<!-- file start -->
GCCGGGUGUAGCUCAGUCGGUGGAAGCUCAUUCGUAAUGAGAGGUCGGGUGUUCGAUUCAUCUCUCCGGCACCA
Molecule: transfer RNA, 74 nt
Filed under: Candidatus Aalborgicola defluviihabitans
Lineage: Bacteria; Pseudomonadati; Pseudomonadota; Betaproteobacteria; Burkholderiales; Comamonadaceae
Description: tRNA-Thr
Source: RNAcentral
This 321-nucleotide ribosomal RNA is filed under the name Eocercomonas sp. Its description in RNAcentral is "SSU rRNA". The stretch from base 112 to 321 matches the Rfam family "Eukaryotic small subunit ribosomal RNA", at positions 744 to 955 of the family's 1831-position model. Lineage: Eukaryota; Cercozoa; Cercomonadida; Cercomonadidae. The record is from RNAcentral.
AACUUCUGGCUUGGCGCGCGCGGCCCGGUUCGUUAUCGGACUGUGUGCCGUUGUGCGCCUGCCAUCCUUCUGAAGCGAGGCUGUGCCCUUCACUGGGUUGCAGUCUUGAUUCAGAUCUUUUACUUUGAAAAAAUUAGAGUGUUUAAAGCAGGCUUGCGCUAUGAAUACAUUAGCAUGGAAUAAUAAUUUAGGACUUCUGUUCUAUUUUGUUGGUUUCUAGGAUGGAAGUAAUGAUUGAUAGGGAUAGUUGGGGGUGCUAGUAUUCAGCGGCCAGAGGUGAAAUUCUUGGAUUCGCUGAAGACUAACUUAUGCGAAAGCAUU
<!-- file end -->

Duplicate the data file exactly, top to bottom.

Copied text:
GCCGGGUGUAGCUCAGUCGGUGGAAGCUCAUUCGUAAUGAGAGGUCGGGUGUUCGAUUCAUCUCUCCGGCACCA
Molecule: transfer RNA, 74 nt
Filed under: Candidatus Aalborgicola defluviihabitans
Lineage: Bacteria; Pseudomonadati; Pseudomonadota; Betaproteobacteria; Burkholderiales; Comamonadaceae
Description: tRNA-Thr
Source: RNAcentral
This 321-nucleotide ribosomal RNA is filed under the name Eocercomonas sp. Its description in RNAcentral is "SSU rRNA". The stretch from base 112 to 321 matches the Rfam family "Eukaryotic small subunit ribosomal RNA", at positions 744 to 955 of the family's 1831-position model. Lineage: Eukaryota; Cercozoa; Cercomonadida; Cercomonadidae. The record is from RNAcentral.
AACUUCUGGCUUGGCGCGCGCGGCCCGGUUCGUUAUCGGACUGUGUGCCGUUGUGCGCCUGCCAUCCUUCUGAAGCGAGGCUGUGCCCUUCACUGGGUUGCAGUCUUGAUUCAGAUCUUUUACUUUGAAAAAAUUAGAGUGUUUAAAGCAGGCUUGCGCUAUGAAUACAUUAGCAUGGAAUAAUAAUUUAGGACUUCUGUUCUAUUUUGUUGGUUUCUAGGAUGGAAGUAAUGAUUGAUAGGGAUAGUUGGGGGUGCUAGUAUUCAGCGGCCAGAGGUGAAAUUCUUGGAUUCGCUGAAGACUAACUUAUGCGAAAGCAUU